In other action ...
At its regular meeting Tuesday, the Moffat County Commission:
• Approved, 3-0, Resolution 2011-119, appropriating $83,760,631 for the 2012 Moffat County budget.
• Approved, 3-0, Resolution 2011-118, summarizing expenditures and revenues for each fund and adopting a budget for Moffat County for calendar year 2012.
• Approved, 3-0, Resolution 2011-120, setting the county’s voter approved mill levies at 23.872 mills.
• Approved, 3-0, Resolution 2011-121, amending the distribution of sales tax.
• Approved, 3-0, Resolution 2011-122, setting the mill levy for the Maybell Irrigation District at 410 mills.
• Discussed discontinuing the annual bid process for official newspaper and stationary/printing services.
• Heard road and bridge monthly reports.
• Approved, 3-0, Connell Resources gravel pit conditional use permit amendment.
• Discussed Peterson Tallgrass R.V. park conditional use permit.
The Moffat County Commission voted Tuesday in favor of hosting another mineral lease auction this month.
Dan Davidson, director of the Museum of Northwest Colorado, and Jeff Comstock, Moffat County natural resources director, presented the commission with a list of 34 parcels encompassing more than 640 mineral acres.
The county owns approximately 200 acres going up for bid. The museum owns the remaining 440 acres.
Davidson said the parcels are smaller than what has been put up for auction in the past and that all but one of the tracts have been leased before, but never developed.
Tracts range in size from three-tenths of an acre up to 153 acres.
“The main difference between this auction and every other auction we’ve brought to you is those auctions were done by township and these will be by tract,” Comstock said. “In other words, we pulled all of the acreage we had in a given township and said you bid by township and winners received all of the acres in that township. This time they will bid on a specific parcel.”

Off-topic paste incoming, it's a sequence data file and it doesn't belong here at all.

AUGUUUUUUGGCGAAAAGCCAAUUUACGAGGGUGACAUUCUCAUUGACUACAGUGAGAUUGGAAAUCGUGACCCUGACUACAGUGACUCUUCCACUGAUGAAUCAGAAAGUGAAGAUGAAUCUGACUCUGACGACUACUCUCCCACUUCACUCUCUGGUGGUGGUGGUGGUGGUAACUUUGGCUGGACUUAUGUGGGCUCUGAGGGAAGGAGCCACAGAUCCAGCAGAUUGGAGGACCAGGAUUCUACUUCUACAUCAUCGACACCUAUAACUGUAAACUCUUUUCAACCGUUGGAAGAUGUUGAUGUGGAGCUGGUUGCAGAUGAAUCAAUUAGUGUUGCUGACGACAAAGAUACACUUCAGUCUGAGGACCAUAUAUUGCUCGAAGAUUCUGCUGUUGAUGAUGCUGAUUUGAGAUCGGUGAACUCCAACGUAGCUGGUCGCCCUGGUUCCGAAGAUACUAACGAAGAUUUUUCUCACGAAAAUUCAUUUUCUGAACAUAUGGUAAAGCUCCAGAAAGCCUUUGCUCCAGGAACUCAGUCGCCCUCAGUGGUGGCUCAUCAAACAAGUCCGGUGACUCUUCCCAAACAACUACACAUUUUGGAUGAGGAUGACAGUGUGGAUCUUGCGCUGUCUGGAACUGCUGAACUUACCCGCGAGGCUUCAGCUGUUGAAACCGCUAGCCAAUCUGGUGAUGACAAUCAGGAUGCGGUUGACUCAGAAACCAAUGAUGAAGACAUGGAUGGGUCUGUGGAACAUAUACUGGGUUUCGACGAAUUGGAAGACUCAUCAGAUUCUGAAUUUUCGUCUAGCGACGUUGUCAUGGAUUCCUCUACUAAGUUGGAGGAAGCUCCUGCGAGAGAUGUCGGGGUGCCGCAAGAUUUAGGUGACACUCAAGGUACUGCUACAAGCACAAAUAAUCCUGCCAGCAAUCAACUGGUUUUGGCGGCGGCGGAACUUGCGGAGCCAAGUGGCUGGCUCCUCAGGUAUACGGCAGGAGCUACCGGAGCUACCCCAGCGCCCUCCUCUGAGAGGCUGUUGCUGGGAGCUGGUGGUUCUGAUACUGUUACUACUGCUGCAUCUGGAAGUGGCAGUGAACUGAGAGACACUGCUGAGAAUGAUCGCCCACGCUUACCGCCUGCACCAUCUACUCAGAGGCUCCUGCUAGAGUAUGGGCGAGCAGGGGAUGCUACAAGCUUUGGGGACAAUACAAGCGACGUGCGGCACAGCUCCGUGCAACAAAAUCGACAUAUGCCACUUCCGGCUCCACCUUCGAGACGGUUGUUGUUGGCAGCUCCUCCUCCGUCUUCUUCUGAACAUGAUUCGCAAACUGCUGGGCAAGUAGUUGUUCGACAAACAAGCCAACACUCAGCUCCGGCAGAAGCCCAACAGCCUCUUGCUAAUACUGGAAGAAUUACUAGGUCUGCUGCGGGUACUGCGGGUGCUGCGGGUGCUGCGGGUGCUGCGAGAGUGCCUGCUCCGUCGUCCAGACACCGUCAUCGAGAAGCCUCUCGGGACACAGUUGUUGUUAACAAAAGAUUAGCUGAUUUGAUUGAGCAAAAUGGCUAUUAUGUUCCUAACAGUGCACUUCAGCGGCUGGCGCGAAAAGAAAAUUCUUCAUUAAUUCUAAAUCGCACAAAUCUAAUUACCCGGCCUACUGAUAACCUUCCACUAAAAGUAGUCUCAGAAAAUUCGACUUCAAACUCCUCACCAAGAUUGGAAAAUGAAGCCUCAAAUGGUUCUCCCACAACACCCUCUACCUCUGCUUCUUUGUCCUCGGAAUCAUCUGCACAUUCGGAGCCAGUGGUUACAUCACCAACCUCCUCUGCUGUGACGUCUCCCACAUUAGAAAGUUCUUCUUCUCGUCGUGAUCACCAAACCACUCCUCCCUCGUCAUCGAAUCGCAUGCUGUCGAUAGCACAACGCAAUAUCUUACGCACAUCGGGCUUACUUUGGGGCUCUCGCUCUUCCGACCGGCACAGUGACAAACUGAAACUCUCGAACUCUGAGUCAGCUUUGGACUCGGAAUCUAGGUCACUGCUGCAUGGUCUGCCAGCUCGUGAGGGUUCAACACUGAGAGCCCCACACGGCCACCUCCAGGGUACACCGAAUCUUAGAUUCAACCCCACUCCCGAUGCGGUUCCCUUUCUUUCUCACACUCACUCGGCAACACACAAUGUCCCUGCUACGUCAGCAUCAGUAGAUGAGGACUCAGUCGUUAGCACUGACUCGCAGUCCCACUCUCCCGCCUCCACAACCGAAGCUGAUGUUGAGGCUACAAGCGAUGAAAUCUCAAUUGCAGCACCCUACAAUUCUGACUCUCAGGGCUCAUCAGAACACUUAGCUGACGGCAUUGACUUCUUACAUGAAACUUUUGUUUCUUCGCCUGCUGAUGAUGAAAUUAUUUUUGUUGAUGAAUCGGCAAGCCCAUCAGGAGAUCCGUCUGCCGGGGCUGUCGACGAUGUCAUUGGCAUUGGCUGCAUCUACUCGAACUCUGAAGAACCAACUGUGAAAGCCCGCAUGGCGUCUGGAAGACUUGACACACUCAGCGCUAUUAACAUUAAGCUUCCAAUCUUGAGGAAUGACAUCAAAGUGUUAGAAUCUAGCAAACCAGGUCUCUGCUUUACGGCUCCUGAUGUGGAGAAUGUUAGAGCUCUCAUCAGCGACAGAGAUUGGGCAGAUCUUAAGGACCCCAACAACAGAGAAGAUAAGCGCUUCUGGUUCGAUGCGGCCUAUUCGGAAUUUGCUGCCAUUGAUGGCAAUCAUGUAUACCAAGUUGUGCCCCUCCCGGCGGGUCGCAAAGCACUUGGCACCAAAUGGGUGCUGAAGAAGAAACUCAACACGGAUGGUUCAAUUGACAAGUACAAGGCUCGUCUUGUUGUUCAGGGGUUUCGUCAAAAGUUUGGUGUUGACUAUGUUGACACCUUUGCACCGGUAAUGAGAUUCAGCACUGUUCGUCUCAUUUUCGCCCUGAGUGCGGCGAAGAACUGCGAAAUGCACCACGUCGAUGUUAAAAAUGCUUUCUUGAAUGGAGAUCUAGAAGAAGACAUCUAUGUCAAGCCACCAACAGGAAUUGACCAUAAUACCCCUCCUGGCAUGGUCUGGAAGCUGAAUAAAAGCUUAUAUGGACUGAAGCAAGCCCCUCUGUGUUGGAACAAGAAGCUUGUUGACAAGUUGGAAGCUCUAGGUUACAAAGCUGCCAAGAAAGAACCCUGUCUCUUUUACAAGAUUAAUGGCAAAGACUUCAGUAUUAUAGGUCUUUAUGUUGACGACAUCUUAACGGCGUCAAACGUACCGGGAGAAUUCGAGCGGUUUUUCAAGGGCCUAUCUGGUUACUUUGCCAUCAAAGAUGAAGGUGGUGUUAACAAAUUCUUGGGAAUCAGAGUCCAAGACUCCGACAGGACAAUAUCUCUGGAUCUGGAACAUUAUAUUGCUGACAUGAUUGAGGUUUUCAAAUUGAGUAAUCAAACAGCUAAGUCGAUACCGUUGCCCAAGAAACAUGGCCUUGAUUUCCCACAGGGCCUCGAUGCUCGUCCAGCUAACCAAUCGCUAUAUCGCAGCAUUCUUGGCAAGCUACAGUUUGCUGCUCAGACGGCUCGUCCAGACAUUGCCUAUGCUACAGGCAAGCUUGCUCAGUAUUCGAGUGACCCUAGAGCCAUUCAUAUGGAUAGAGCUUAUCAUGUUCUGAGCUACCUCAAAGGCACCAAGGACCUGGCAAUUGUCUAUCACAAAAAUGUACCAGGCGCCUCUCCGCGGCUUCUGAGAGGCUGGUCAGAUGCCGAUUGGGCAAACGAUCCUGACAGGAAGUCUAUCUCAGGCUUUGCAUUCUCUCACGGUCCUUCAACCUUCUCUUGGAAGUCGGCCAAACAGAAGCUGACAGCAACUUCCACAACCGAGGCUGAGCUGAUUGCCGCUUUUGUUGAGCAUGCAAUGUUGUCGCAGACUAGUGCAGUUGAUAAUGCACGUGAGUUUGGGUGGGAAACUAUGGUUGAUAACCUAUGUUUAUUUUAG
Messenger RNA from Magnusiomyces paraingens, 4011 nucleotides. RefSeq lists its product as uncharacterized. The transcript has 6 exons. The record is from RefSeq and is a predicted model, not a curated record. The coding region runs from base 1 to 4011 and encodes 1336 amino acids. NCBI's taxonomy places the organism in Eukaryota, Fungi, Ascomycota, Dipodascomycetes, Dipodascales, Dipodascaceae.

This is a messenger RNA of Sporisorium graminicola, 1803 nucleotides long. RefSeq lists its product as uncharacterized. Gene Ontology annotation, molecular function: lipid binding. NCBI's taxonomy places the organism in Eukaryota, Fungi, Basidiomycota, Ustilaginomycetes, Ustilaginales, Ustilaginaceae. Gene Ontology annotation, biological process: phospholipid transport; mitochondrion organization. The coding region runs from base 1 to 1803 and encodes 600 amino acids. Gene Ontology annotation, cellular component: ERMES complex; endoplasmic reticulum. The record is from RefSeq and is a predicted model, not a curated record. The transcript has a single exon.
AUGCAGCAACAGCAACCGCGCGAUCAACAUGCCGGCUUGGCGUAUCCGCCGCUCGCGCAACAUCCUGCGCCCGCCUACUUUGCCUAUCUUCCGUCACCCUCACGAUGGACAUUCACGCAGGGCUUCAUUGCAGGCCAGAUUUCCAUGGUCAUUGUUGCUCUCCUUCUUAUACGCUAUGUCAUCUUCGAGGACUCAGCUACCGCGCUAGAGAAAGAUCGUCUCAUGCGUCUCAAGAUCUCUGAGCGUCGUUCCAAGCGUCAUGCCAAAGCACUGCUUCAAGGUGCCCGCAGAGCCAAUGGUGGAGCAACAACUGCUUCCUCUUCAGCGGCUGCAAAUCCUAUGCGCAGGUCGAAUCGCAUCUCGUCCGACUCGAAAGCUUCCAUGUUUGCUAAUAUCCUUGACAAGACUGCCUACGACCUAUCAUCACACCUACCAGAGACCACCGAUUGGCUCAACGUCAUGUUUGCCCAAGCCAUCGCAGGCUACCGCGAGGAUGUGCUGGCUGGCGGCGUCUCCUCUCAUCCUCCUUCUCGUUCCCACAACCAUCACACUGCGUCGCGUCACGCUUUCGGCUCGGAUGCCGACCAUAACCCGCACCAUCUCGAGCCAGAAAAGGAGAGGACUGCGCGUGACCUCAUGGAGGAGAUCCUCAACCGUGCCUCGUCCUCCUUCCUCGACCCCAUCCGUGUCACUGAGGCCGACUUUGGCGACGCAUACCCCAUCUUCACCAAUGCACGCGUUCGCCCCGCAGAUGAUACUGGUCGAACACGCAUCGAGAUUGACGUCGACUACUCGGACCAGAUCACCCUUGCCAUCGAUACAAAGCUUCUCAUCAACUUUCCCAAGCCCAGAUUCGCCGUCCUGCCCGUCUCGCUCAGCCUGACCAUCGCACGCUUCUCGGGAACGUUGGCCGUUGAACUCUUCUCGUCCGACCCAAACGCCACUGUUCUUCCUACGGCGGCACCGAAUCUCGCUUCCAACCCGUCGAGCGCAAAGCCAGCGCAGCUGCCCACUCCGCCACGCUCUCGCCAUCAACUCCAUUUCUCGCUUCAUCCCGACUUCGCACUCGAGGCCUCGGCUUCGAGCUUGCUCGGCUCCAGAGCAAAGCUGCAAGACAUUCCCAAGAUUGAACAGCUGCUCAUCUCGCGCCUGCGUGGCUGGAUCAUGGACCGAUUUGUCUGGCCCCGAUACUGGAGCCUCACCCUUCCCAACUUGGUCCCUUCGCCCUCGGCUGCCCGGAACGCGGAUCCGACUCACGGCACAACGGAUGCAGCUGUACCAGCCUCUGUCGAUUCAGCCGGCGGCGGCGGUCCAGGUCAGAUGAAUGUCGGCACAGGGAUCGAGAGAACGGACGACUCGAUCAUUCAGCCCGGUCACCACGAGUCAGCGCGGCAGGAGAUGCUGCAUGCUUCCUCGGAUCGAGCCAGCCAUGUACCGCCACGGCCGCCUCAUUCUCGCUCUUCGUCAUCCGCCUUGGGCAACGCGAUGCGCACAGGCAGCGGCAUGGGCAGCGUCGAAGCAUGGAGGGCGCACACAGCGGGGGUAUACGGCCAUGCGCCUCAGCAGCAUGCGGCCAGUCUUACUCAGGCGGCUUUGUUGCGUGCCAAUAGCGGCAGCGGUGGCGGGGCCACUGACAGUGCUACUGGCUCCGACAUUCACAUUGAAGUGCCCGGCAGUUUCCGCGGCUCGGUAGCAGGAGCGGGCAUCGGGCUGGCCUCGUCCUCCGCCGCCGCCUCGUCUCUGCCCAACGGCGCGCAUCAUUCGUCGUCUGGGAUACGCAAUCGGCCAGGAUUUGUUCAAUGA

Comstock said he and Davidson decided to place the acreage up for bid by tract to attract high dollar bids.
“The leasing of all our minerals is pretty much over with and we think there are some parcels in here that won’t even receive a bid and we didn’t want to burden those parcels by making someone bid on a whole township,” Comstock said. “We want them to pay top dollar for the parcels they want.
“If they had to bid on parcels they didn’t want, we think that would drive the price down. We’re safer to not even lease those minerals if people don’t want them than to make them part of a township.”
In terms of revenue, Comstock believes the parcels will fetch lower prices than past auctions.
“Dollar wise, I would say it’s probably going to be small and I don’t expect $1,000 an acre bids like we got last time,” Comstock said. “There was a lot more competition last time and I say that because companies were posturing and competing for the same areas, but now they have divided up their turf.
“The competition is not there like it used to be, so I expect the prices to go down.”
Commissioner Audrey Danner said she believes the size of the parcels will also play a part in the bids.
“You’re right, when you’re offering up 300 or 400 acres, companies are chomping at the bit to get that,” Comstock said. “When you’re offering up fractional acres, it’s just not as important to them.”
Davidson said two tracts up for auction are unique.
One tract is inside Craig city limits beneath the Moffat County Fairgrounds and another is under surface acres owned by the Bureau of Land Management.
“Because of the city’s (and BLM’s) restrictions on drilling, I would imagine that if a company wanted to access those minerals they would have to come in directionally,” Davidson said.
But, Moffat County Commissioner Tom Mathers joked that he would like to see a rig online in town.
“I would think that a drilling rig out there with a light on top would be prettier to look at than a Ferris Wheel,” he said.
The sealed bid auction takes place from December 13 through Jan. 4, 2012.
The county’s terms include a 3/16-royalty rate on mineral development, lease contracts of three-years and bidding begins at $100 per acre.
Revenues generated from any successful leases and subsequent mineral development will benefit the county’s various taxing districts.
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